So, in an increasingly digital age so often marked by loneliness and isolation, I take heart that even on the hardest of days, when multiple kids have the stomach flu or when I am sitting through a series of IEP meetings, my children have one another.  We are a noisy, funny, conspicuous bunch, but we are a family.  We have ups and downs and in-betweens, but we do them together.  LIfe is messy around here precisely because it’s so full, not unlike the sticky cups of orange juice my daughter likes to pour for herself and her younger sister at lunchtime.  (She insists on using a funnel, which is completely unnecessary and inevitably leads to further disaster, but she will not be convinced otherwise.)  

When there is so very much life being lived, there is going to be excess and overflow and chaos, and even occasional suffering.  

But still, it is ridiculously sweet.

When we left the roller skating rink to go home, my daughter was positively beaming.  The moment she hit the door, she raced as fast as her aching legs could carry her to tell her dad all about her adventures, and about how by the end of the night she was skating all by herself.  Then her older siblings gathered around (in spite of my stern directives to go get ready for bed), and gushed about how brave and good and impressive she was.  More beaming.

It’s funny because on that very same night a very wise friend, farther along in her parenting journey than I, said that she doesn’t think it is God’s intention for mothers (or fathers) to be all things to their children all of the time.  She mused that real life is lived not so much in lofty ideals, but in that daily grind in the trenches, where we are all just kind of muddling about and doing our best.  

And as I reflected more upon my friend’s words later, I realized that I had been feeling a little bit guilty that I had not taught my daughter to skate sooner, that I hadn’t gotten her to the homeschool skating lessons when I’d had the chance, and that I wasn’t one of the moms out on the floor with my kid.  I’d felt badly that I was throwing her to the wolves, and like maybe she was at a disadvantage because here she is in this big huge family, with a pregnant mother not agile enough to assist her around the rink without risking life and limb and baby.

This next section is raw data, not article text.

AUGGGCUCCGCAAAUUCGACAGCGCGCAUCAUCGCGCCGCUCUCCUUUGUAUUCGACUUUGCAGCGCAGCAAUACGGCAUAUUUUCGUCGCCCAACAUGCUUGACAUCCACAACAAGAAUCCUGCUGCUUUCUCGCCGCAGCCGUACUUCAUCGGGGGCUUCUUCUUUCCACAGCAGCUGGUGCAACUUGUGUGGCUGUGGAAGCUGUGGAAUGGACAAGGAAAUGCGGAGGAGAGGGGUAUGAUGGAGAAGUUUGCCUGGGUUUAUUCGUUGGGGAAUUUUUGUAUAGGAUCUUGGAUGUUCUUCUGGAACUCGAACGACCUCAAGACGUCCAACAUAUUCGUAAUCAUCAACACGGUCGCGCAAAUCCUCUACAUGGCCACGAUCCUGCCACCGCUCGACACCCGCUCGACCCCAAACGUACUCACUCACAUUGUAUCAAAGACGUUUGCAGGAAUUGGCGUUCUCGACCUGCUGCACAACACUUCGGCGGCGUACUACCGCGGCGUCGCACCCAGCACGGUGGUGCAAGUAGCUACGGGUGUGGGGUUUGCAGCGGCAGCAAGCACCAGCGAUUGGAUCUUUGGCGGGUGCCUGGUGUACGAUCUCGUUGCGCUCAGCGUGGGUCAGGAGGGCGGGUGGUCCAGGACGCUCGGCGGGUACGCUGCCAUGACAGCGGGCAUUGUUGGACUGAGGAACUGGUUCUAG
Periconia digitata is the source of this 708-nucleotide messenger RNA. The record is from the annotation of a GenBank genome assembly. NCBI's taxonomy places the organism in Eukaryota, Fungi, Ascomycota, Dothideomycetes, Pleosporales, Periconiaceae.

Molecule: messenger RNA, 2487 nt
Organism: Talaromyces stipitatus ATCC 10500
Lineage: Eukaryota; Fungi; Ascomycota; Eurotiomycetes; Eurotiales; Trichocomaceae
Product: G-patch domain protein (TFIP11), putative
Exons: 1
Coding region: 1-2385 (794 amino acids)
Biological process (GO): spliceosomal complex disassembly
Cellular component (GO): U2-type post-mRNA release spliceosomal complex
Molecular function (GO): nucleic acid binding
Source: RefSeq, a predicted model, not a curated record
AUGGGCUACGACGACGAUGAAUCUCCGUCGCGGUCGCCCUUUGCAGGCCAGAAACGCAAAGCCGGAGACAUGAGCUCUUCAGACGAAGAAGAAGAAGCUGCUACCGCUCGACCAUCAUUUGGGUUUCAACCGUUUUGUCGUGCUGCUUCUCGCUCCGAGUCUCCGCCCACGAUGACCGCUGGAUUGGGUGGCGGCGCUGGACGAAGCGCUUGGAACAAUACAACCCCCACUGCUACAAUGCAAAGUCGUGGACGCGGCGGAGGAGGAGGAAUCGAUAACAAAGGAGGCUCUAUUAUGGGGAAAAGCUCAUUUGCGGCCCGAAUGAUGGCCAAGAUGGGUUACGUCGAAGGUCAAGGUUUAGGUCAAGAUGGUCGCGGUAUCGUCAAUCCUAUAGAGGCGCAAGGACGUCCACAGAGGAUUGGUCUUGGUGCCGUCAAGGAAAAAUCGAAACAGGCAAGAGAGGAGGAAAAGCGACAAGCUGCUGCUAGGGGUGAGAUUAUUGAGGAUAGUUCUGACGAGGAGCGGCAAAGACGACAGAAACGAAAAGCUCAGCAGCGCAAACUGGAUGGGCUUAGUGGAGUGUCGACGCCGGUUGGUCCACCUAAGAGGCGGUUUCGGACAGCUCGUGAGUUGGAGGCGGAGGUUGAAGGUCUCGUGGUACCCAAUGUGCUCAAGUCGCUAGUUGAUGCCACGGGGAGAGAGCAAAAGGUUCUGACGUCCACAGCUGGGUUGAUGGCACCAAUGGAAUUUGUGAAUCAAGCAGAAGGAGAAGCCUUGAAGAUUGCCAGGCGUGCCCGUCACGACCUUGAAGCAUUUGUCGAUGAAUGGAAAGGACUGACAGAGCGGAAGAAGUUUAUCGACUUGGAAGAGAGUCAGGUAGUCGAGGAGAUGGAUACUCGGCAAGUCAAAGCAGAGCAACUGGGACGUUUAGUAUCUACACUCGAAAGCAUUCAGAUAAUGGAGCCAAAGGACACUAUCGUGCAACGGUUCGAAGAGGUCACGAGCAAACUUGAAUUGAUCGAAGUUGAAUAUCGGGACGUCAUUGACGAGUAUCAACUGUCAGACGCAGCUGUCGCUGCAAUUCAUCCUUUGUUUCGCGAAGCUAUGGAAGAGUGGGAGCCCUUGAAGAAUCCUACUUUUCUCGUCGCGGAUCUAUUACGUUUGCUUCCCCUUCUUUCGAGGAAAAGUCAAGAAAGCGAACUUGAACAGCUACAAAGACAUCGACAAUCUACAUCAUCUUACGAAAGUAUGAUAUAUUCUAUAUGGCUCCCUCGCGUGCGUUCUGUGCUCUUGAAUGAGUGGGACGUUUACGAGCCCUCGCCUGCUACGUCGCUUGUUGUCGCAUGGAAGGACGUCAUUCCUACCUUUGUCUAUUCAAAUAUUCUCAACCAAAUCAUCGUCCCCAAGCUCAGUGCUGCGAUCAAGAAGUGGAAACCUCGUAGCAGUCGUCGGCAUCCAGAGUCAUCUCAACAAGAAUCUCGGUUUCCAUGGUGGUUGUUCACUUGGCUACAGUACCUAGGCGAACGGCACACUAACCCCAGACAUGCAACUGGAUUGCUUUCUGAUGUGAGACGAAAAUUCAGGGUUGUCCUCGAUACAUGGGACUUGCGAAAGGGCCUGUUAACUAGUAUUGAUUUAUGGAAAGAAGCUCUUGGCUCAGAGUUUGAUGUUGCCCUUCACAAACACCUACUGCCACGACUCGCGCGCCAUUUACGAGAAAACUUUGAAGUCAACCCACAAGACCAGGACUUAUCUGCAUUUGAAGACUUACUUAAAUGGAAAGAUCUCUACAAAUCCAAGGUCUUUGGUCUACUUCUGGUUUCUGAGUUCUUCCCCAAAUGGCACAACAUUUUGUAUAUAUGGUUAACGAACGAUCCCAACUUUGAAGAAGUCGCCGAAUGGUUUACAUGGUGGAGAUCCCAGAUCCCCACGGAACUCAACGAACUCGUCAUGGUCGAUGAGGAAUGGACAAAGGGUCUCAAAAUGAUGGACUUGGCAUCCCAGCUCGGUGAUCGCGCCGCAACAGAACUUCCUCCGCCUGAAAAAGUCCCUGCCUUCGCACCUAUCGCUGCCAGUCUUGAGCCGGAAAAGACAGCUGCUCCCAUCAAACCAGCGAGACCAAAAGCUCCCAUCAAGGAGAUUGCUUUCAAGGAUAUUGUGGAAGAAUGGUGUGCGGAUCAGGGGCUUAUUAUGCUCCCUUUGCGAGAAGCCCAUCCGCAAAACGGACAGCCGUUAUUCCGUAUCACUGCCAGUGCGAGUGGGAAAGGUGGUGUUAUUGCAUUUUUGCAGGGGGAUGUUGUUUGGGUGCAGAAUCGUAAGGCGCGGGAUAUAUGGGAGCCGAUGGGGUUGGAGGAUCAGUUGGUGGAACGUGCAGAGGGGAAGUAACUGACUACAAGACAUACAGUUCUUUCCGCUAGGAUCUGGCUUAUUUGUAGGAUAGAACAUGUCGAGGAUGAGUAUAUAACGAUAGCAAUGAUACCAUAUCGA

But my friend was right.  Mothers are NOT intended to do or be everything, and I have to wonder if my little girl’s heart would have been quite so full had she not had all those brothers and sisters rallying around her all night long.  I hadn’t asked or required them too, just casually mentioned that maybe they could see every once in awhile if she needed some help.  And of course they did, because they love their sister.  Meanwhile I was cheering her on and monitoring things from the sidelines, accompanying her but in a different, more hands-off (read: safer) role.

Which is how large families like mine work, I guess.  We’re all in this thing together, everyone has a part to play, and when one of us falls down, there are always a bunch of people running over to help him or her up.  Sure it’s messy and imperfect, but you have a lot of fun, and in the end you learn to skate.